I have an employee who struggles with anxiety ordinarily and since the coronavirus outbreak, has experienced an exacerbation of their symptoms such that they are more intrusive than ever. They have spoken to their GP and he is unable to make any referrals for support at the moment. Is there anything you can suggest anything that might help?
Charitable organisations such MIND www.mind.org.uk, Anxiety UK www.anxietyuk.org.uk, No panic www.nopanic.org.uk all have great tips and hints for managing anxiety during these difficult times. They provide information, exercises and self-help care plans all are free. The NHS, www.nhs.uk also has some positive links and suggested reading material. And of course if you have an EAP (Employee Assistance Programme), you should encourage your employee to make contact with the service, either via telephone or the website, as the support available is invaluable.
My employee has told me that her GP says that she is not quite medically ready for a return to work. Is there anything I could suggest to help her prepare?
Yes. Building mental and physical resilience and stamina prior to starting a return to work is very important and helps lay the foundations for a successful and sustainable return to work. Your employee could consider physically attempting to increase their daily activity, (irrespective of whether their role is sedentary or manual), starting with a daily 10 minute walk and aiming to increase this to 20 minutes each day. Walking at a moderate pace will increase their heart rate and improve feelings of wellbeing and improve sleep. They should think about eating small amounts regularly to maintain a healthy blood sugar and avoid eating when bored or anxious. They can also look at their sleep pattern and start to ensure a routine with getting up and going to bed. Also mentally improving their cognition with ‘brain work outs’, doing crossword puzzles, brain teasers can also help with memory, problem solving and processing information.
What should I tell employees that have started to think deeply about concerns, worry and become preoccupied with the global pandemic?
They need to limit their news exposure to once a day and focus on headlines that give an overview of fact but avoid in-depth analysis. They should only listen to or watch the news first thing in the morning or at lunch time and avoid catching up on the news at bed time. Limiting general social media exposure and focussing instead on distraction activities such as a mindfulness walk, computer app or a craft activity can also help. Ideally, they need to take control and utilise practical strategies to manage exposure to the things that cause them worry. They should consider the things that are in their control and work on those and remember that they can do nothing about the factors they have no control over. They could, however change their perception of these things by considering some on line cognitive behaviour therapy, (CBT) www.therapyforyou.co.uk. Referring them to your Employee Assistance Programme (EAP) if you have one is also recommended.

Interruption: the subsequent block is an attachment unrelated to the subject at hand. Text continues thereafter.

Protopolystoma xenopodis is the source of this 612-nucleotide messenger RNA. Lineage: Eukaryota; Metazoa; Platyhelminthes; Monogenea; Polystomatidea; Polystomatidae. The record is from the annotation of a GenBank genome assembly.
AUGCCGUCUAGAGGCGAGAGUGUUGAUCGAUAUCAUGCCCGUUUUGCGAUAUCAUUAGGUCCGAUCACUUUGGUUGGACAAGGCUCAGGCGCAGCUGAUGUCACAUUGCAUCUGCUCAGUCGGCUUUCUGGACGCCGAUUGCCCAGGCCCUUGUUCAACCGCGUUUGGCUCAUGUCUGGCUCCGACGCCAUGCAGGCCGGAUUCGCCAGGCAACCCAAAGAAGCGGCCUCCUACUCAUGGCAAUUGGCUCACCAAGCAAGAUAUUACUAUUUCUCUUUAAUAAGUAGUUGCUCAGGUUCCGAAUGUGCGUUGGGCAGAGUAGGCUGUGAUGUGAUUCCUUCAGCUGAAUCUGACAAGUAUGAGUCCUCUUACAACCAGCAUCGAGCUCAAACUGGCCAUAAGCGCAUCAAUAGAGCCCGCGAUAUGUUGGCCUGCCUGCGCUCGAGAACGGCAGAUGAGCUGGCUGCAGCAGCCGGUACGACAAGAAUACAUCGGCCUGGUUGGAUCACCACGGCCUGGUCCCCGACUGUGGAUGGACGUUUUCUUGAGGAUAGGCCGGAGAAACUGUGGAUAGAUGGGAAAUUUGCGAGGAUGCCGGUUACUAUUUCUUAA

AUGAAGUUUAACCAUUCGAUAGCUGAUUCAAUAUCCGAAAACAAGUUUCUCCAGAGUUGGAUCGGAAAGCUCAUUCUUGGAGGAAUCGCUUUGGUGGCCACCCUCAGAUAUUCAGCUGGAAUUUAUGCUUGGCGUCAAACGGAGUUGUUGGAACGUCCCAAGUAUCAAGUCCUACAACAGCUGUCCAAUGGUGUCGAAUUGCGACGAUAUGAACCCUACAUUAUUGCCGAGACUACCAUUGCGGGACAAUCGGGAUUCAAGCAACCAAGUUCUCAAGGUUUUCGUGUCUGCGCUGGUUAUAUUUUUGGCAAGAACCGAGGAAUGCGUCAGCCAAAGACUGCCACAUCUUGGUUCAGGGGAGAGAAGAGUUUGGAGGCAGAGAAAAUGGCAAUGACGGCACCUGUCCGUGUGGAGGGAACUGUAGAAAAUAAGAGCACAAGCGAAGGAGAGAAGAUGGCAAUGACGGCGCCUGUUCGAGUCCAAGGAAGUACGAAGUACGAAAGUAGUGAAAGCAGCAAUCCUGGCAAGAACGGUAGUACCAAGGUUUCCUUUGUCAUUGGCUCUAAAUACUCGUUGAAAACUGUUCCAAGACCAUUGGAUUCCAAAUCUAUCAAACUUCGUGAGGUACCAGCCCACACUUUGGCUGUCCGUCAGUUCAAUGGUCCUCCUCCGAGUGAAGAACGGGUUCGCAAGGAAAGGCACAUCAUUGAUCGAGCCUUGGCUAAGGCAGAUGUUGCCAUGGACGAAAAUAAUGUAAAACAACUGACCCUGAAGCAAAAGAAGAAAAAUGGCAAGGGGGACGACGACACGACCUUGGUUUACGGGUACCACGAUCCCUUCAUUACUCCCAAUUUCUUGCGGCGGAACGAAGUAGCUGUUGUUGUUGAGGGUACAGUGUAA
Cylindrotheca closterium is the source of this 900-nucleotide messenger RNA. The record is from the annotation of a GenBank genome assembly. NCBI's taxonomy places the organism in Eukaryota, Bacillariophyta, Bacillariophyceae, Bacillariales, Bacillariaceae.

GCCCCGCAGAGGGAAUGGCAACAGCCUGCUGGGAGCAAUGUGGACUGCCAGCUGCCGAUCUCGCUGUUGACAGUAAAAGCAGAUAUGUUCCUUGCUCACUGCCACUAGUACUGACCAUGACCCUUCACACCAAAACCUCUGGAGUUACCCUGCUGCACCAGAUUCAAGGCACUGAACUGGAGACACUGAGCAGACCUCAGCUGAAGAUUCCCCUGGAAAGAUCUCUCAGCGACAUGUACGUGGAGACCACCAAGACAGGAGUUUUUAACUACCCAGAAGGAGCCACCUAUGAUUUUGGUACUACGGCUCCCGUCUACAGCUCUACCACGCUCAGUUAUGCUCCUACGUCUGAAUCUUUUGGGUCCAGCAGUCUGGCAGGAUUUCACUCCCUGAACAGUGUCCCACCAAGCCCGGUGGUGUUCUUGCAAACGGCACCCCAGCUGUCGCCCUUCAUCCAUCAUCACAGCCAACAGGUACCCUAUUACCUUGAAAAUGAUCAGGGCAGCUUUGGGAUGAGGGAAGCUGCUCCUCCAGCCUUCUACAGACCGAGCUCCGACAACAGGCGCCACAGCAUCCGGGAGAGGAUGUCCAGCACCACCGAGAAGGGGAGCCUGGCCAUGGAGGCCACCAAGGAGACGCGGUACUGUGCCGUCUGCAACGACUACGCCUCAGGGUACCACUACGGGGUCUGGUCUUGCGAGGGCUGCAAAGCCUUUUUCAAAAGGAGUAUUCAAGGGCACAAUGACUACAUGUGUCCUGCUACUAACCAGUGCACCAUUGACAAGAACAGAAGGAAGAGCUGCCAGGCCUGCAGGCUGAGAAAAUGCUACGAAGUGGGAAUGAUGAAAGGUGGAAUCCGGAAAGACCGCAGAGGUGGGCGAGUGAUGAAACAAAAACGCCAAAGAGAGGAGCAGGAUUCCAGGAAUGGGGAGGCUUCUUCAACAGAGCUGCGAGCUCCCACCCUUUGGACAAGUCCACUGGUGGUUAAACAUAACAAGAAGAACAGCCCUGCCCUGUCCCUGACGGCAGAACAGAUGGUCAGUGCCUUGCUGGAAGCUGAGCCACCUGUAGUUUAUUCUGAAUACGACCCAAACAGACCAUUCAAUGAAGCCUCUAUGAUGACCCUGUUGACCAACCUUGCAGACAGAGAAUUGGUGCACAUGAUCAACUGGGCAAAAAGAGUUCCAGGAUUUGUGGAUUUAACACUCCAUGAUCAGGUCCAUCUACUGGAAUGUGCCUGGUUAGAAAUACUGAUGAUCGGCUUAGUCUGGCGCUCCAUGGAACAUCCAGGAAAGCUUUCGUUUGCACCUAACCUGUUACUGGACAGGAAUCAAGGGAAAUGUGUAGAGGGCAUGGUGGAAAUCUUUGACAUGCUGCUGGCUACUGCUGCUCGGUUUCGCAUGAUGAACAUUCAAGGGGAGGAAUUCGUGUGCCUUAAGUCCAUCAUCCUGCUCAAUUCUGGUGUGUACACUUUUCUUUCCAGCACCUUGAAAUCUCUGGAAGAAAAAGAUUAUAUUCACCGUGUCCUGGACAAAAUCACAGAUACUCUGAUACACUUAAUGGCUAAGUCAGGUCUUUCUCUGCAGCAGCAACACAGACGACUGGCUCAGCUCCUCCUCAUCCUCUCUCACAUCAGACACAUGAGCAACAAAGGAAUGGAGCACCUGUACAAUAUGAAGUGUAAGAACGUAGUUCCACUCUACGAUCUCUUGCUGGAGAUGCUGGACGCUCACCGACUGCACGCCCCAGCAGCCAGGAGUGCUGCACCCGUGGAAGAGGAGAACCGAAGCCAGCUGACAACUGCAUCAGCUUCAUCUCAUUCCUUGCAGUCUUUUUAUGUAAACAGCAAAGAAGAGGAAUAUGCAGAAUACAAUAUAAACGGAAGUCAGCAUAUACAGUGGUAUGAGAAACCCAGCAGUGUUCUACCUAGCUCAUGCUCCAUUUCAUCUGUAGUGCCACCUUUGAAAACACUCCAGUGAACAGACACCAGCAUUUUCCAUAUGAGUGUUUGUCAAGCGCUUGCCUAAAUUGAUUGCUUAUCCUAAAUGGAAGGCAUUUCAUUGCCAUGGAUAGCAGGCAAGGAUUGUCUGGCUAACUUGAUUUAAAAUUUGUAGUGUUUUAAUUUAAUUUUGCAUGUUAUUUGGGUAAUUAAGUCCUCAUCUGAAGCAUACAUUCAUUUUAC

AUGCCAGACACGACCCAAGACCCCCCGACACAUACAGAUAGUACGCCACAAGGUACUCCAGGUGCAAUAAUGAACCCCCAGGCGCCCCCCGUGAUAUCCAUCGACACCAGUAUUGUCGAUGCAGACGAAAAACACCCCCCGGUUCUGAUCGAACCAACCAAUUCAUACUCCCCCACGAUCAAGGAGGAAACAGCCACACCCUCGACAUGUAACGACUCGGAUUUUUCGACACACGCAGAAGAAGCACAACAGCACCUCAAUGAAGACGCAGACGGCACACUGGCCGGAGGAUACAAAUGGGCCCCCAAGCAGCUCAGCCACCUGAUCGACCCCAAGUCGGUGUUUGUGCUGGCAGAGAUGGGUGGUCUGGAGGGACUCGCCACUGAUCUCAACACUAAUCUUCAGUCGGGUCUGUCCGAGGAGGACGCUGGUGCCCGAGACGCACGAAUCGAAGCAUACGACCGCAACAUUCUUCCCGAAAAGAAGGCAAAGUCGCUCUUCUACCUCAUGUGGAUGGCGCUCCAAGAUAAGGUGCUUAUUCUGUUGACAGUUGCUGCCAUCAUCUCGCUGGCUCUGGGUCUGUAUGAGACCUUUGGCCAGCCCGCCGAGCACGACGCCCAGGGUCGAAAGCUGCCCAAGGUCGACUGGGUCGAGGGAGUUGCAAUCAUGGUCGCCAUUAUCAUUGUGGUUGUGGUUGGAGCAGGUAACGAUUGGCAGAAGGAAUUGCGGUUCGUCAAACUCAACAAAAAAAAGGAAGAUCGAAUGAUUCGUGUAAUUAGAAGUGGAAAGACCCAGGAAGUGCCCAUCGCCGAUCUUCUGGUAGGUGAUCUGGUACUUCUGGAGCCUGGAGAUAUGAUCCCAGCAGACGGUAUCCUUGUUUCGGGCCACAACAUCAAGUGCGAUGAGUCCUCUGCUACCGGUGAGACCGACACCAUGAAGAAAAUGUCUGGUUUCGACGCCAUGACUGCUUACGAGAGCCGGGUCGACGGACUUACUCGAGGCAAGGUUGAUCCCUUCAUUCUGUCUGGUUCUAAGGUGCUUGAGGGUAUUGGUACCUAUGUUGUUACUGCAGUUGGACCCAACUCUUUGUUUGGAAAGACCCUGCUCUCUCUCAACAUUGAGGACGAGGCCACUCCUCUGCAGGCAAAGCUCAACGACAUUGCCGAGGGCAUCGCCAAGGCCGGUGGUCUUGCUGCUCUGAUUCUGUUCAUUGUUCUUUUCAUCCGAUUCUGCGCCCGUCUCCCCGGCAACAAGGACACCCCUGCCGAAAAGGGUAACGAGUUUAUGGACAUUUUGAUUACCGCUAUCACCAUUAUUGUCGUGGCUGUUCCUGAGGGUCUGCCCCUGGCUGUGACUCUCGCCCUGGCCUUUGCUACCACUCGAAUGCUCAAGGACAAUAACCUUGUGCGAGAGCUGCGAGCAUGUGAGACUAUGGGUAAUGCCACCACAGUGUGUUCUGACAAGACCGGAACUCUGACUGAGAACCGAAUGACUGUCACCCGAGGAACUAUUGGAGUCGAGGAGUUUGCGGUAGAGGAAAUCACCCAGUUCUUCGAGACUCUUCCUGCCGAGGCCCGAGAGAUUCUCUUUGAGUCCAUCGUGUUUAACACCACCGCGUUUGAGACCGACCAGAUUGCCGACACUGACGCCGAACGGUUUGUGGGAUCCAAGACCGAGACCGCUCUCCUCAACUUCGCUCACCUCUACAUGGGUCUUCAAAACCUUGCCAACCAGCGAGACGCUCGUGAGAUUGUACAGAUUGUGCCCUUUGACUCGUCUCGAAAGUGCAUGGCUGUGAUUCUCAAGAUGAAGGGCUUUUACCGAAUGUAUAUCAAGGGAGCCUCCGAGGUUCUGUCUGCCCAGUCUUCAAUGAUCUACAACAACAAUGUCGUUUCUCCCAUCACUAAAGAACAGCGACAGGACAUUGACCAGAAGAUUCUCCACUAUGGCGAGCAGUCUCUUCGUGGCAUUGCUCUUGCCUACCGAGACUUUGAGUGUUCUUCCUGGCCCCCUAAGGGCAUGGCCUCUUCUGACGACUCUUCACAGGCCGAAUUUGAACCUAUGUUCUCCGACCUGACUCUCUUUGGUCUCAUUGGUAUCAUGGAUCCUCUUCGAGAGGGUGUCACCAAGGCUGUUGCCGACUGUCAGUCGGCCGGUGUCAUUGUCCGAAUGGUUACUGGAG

I do not have private health care and NHS waiting lists are very long, where else might I get talking therapy support?
Your employer may have an Employee Assistance Programme (EAP), which will provide a limited number of telephone or face to face counselling sessions. There are also several online programmes that you can self-refer to and the NHS website has links to these. Self-help books (endorsed by the NHS) are readily available from Amazon and you might consider a course of self-funded treatment